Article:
If culture demands a common worship, and common worship requires the institutional support of ritual, every upper-middle-class American ought to visit the original Starbucks at least once in his lifetime. Call it a pilgrimage.
After parking many blocks away and walking toward the bustling Pike Place Market in Seattle, Wash., I finally spotted the sacred edifice. The sign was a bit different than normal, the Starbucks goddess baring her chest (generally modified to meet the demands of a more puritan public, no doubt), but it still had the trademark green with words and image delineated by concentric white circles. The shop was busy, but not excessively so, like any other Starbucks in a prime pedestrian location. Though a few bits of memorabilia lay about, I am sure that many buyers acquire their beverages without ever realizing that this store claims to be the first. As such, what have they to care? It turns out that their ignorance better approximates the truth.
The first Starbucks was built in Pike Place Market, but not in the location occupied by “the first Starbucks” today. Nobody really cares. I suppose it is fitting, since we moderns don’t attend very well to origins. Everything for us is a projection into the future; the influence of the past is an ever-shifting horizon updated according to the canons of contemporary acceptability. Indeed, even the American political origin is a shock to us. It only remains in our range of sight because we still rely on its justification for legitimacy. But anything underlying that event is hidden; consequently, its appearance seems miraculous and we consider it with mystical reverence. I digress.
Nothing is sacred under capitalism. What if thoughtful people want to visit the location where the Starbucks phenomenon began, so as to better understand our culture? They can’t. It no longer exists. But how can we understand something without seeing its origins? We are left with mere fragments that frustrate intelligibility, and all we can do to grasp meaning is to create something new. But meaning in creation is illusory when we don’t understand our materials.
I ordered a grande extra-hot cinnamon dolce latte. Funny how I could get the same thing if I ordered a grande latte cinnamon dolce extra-hot, or a cindolcegranlatteexhot. It tasted great. One mark of Starbucks’ success is that members of most social classes buy its drinks. One cannot identify a person’s class simply by noting that that person is holding a Starbucks cup. Other factors, then, are necessary for discerning classification.
By buying mini-donuts from a nearby vendor after getting my latte, I immediately removed myself from the upper class. Doughnuts with coffee is too emblematic of the working classes, a la Dunkin’ Donuts. A member of the upper class concerned with his status would never be caught publicly acquiring doughnuts, unless he is so far up the class ladder that he doesn’t care what others think.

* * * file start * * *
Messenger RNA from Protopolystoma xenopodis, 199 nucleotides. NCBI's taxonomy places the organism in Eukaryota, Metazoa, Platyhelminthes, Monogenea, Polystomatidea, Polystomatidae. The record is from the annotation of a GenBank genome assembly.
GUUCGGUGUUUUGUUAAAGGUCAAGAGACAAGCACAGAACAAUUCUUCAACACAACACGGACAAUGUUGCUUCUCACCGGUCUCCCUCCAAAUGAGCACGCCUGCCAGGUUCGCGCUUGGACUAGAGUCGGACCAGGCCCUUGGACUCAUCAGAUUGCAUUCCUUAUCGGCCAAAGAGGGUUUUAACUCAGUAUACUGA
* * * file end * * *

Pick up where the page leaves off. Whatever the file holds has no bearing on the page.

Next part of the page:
On the other hand, my madras shorts did not signal working class. My signals were crossed! One could find a middle-class family background in my respect for the authority of Starbucks. At the same time, eating doughnuts out in the open signalled a disinterestedness groomed by intellectual elitism. Indeed, who monitors their class signals at Yale?
Let me prove my point. Go into the primary Starbucks of an upper-middle-class suburb, and see how many people actually read the words printed on the cup. Not many, because those customers have better things to do with their time than consider subtle corporate marketing. That kind of thing only influences the lower classes, after all. But enter a Starbucks at Yale, and find that, before studying, many consider the comments on their cups. I have found that cup quotations even prompt the occasional debate among friends.
So, as I munched on a doughnut and drank my hot beverage, I turned to consider my cup. I first found a 60 percent post-consumer fiber sleeve which suggested that I could save the polar bears if I “launder half [my] clothes in cold water.” Feeling morally superior upon reflecting that much of my wardrobe is in color, I removed the sleeve and turned to the 10 percent post-consumer fiber cup. “We will end poverty and stop HIV/AIDS within our generation,” it began optimistically, “when guided by African principles such as ‘ubuntu’ that underscores our interconnectedness.”
I don’t know about “ubuntu,” but “interconnectedness” seems less than a solution to HIV/AIDS.
The comment on the cup is part of a Starbucks program called “The Way I See It,” in which short thoughts and ideas are selected by Starbucks for display on cups. My cup was no. 255. Upon inquiring into the editorial guidelines for this program, I learned that the thoughts therein do not express the opinion of Starbucks. The program is meant to be “an extension of the coffeehouse culture” in “promoting open, respectful conversation among a wide variety of individuals.”
This column does not express the opinion of the Oldest College Daily. It promises no verdict on coffeehouse culture. And I do not know what it will provoke. But I suppose that is not for me to decide.
Peter Johnston is a junior in Saybrook College. His column runs on alternate Wednesdays.